•Stability in the nation’s currency against other foreign currencies

•The restructuring of the military resulting in equitable spread of the nation’s armoury which was not the case before 1999.

•The restructuring of the country into the existing six geo-political zones

•Revolutionising the telecommunication sector in the country

•Stability in the supply of fuel for local consumption throughout his 8-year administration between 1999 and 2007, a feat which other governments in the country would no doubt strive to achieve.

•The various reforms introduced in the educational, health and the banking sectors.

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•The laying of solid structures to check the endemic corruption in the country with the setting up of the Economic and Financial Crimes Commission (EFCC).

•The establishment of the Due Process Office which would no doubt bring sanity in procurement manner in the country.

•The close monitoring of the oil industry as the mainstay of the Nigerian economy under the supervision and firm control of his presidency.

President Goodluck Jonathan is advised to distant his administration from critics and sycophants who may want to take their pound of flesh from the ex-president whose administration fought against corruption in Nigeria frontally with all seriousness. In my article titled “Mr. President, beware of sycophants” published on page 15 in Punch newspaper of Tuesday, June 26, 2007, I wrote: “My candid advice to President Umaru Yar’Adua is that he should realise that sycophancy is a thriving business in Nigeria” and I went further to say that “Sycophants will not stop at pitting him against his predecessors at all costs”. I also went further to explain that “This, they will want to achieve by rubbishing the good works of the Olusegun Obasanjo administration”. And true to this fear expressed in the article, the people are living witnesses to the reversal of some of the important gains of the reforms embarked upon by the Obasanjo administration by the Yar’Adua government to the detriment of the nation’s growth and progress. A good example is the humiliation and senseless frustration of the EFCC Chairman, Mallam Nuhu Ribadu, out of office despite the international acknowledgement of his acumen in tackling and taming corruption that had already become pervasive in the country before his headship of the anti-corruption body.

There is no doubt that the nationalistic posture in the ex-president is still being accorded optimum respect not only by past and present African Heads of State but also by the international community. As an ex-president, Olusegun Obasanjo has continued to remain in Nigeria, assisting in the nation’s building. He once advised President Goodluck Jonathan on the way forward on the callous blood-letting of people and destruction of properties in the country by the Federal Government engaging in dialogue with the Boko Haram with a view to ascertaining the motives of the insurgents and get a lasting solution by addressing them.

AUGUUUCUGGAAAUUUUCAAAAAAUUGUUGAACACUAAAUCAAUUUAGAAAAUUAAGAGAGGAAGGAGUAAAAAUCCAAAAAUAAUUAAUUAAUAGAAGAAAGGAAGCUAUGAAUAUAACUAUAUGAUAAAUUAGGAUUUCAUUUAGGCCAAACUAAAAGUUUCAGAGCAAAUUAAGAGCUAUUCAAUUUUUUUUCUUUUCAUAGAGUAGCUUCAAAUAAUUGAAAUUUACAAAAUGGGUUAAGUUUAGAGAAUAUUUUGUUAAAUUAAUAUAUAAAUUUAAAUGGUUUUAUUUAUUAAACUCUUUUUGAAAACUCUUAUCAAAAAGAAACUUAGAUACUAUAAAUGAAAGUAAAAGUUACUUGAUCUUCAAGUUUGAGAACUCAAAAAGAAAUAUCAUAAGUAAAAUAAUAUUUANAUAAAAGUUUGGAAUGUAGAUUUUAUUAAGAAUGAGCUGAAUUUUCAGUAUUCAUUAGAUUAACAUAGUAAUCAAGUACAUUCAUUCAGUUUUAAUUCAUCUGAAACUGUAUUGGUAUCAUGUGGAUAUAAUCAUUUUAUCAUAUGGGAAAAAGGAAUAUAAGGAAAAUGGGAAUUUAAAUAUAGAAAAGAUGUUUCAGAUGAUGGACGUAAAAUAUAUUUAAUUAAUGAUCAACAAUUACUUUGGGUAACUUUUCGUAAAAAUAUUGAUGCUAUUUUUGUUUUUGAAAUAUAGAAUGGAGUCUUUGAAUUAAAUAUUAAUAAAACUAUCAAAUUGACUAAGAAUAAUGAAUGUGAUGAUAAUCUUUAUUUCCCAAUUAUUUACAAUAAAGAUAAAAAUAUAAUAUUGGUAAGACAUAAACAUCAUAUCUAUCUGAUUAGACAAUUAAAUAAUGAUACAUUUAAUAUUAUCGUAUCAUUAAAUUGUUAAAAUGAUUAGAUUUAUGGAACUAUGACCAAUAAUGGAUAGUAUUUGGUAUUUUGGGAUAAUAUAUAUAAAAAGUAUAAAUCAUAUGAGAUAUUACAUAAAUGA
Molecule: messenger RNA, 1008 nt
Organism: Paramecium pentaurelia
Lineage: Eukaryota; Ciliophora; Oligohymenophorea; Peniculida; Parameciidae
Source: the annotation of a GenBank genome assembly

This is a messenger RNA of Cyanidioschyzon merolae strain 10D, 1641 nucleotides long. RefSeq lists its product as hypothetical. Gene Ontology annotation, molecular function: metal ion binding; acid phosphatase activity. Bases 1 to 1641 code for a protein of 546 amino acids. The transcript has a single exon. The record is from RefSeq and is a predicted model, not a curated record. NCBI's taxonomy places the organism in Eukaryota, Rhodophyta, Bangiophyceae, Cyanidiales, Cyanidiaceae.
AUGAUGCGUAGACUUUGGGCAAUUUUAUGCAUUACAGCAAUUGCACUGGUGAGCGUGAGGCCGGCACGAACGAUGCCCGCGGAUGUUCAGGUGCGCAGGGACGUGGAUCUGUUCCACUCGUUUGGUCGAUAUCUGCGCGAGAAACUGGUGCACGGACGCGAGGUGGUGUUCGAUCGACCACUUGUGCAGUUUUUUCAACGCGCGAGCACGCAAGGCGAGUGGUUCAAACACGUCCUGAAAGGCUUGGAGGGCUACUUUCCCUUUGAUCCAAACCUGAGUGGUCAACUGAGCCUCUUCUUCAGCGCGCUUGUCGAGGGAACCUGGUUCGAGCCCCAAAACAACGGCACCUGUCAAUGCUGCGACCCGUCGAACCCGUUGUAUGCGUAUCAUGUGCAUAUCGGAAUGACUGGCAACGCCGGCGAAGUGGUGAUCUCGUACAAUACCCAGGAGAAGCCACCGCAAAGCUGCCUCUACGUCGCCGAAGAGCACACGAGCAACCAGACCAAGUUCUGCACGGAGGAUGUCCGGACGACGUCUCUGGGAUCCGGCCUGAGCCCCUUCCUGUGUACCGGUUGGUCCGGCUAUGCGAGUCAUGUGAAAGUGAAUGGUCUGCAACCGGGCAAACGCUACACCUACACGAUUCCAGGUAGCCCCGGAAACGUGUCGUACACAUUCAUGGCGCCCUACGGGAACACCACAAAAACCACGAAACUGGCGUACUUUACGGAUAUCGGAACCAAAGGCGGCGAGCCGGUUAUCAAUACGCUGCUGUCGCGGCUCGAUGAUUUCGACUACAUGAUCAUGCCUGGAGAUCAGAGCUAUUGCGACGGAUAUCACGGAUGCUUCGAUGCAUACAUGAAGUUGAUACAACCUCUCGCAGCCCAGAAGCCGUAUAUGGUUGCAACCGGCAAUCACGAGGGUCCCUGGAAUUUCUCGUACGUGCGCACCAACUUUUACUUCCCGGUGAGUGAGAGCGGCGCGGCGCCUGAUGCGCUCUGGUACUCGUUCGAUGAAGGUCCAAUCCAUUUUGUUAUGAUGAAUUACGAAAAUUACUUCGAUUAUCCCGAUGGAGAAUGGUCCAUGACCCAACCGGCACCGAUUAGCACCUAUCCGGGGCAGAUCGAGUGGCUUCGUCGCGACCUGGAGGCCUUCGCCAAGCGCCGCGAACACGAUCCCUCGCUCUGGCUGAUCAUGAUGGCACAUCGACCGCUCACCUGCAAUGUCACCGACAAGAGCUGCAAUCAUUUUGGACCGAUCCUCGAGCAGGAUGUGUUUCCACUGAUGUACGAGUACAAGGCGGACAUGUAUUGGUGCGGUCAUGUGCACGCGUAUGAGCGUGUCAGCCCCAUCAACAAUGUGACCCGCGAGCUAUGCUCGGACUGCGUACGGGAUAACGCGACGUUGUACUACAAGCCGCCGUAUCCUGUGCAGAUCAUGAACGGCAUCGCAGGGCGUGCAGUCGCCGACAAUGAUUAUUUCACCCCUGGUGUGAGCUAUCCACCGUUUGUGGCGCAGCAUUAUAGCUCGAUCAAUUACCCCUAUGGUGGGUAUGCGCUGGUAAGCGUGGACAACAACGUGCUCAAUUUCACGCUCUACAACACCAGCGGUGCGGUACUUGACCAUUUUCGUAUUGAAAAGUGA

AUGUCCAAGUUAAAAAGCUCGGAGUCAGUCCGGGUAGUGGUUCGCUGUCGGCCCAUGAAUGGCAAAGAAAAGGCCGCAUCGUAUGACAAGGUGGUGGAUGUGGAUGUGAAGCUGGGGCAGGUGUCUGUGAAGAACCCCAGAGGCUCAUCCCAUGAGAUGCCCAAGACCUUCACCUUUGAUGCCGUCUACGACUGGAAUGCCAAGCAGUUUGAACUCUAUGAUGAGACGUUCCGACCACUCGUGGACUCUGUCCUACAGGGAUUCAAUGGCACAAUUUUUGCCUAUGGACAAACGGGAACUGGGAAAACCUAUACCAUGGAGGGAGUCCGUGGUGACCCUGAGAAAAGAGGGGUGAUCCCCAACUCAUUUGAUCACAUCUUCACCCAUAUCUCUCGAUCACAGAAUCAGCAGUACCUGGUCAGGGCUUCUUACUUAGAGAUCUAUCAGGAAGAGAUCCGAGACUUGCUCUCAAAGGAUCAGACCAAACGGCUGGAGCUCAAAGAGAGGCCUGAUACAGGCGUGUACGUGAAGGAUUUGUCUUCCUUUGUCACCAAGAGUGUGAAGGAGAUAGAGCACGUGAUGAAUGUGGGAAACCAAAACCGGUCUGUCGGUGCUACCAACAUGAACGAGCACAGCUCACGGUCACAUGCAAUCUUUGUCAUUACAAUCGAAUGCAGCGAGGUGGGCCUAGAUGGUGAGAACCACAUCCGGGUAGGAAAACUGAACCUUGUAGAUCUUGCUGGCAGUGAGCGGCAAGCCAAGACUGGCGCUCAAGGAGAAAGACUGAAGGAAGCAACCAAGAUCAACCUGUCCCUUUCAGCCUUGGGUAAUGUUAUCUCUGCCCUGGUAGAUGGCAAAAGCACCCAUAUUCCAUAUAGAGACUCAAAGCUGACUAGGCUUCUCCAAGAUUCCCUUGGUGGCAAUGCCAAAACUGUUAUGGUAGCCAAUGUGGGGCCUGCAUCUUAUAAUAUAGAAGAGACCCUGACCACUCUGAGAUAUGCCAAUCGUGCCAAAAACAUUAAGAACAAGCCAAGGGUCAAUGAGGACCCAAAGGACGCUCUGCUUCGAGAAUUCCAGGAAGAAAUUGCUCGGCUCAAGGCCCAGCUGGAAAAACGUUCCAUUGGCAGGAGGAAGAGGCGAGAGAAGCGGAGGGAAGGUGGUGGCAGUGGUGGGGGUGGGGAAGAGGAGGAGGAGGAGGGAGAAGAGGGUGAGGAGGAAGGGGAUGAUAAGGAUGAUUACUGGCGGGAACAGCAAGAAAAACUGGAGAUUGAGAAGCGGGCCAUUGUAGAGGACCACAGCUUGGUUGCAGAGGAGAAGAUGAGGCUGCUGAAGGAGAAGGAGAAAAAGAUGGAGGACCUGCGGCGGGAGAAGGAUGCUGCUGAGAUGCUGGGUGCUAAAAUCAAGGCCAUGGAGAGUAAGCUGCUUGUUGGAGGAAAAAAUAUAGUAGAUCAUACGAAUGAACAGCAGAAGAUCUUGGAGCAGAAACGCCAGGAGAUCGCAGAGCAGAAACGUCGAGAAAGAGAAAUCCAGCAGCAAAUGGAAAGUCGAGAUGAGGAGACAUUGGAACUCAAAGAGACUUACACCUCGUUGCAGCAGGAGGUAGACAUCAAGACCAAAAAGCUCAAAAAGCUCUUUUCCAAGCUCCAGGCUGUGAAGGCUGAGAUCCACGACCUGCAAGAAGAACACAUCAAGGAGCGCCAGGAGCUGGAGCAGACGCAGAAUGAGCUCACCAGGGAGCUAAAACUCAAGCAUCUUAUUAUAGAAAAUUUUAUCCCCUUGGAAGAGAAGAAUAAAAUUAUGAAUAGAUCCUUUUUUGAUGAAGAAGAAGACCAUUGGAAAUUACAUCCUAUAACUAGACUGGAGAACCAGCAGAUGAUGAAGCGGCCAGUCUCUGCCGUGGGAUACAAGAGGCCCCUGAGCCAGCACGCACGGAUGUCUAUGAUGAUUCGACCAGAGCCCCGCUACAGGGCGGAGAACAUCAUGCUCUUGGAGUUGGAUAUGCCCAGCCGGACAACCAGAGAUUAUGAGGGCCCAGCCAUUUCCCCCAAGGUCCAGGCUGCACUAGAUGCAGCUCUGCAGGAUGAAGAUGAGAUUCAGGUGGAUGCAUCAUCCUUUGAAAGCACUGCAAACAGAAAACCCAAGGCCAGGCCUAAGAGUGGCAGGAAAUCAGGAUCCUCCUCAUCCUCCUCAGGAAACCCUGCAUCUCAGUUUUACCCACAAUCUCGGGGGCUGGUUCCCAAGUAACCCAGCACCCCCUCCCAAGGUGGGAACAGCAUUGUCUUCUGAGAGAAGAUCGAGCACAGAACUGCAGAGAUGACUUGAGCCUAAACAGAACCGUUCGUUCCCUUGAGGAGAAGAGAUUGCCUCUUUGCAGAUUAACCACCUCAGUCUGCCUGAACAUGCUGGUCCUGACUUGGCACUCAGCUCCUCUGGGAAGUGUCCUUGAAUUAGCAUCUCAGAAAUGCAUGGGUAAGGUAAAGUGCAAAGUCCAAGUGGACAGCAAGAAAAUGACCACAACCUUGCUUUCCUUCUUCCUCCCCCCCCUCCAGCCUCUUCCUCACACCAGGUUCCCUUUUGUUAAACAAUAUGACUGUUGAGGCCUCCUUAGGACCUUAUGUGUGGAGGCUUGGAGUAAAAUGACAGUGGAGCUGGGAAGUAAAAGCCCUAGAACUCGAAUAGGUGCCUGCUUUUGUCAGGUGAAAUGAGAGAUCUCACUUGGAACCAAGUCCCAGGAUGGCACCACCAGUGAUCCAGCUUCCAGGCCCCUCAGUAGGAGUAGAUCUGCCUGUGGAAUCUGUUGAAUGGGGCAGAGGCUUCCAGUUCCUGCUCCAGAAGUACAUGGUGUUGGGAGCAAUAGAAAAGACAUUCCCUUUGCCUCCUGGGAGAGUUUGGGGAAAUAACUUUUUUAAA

Without mincing words, there are more important pressing issues on which Nigerians would gave wished that the ex-Senate President dissipates his energy and his purported reserved memory on rather than waste his time on the third term issue that has no doubt been long overtaken by more meaningful events in Nigeria. Examples of such issues, just to mention a few, include:

•The astronomical cost of running governance in Nigeria.

•Getting the nation’s refinery working and thus stop importation of fuel into Nigeria

•The power sector that has remained comatose for many years with no hope of an improvement

•The country that is presently in the throes of insecurity of the lives and properties of the people.

There is no doubt that Olusegun Obasanjo has contributed in no small measure his quota to the growth and development of Nigeria and what should now preoccupy the minds of his critics such as Senator Ken Nnamani is how the current leaders can attain the same level of the ex-president’s legacies already on ground for all to see or surpass them.

•Odunayo writes in from Mopa, Kogi State. Tel: 08053488121. Email: odunayo_ [email protected]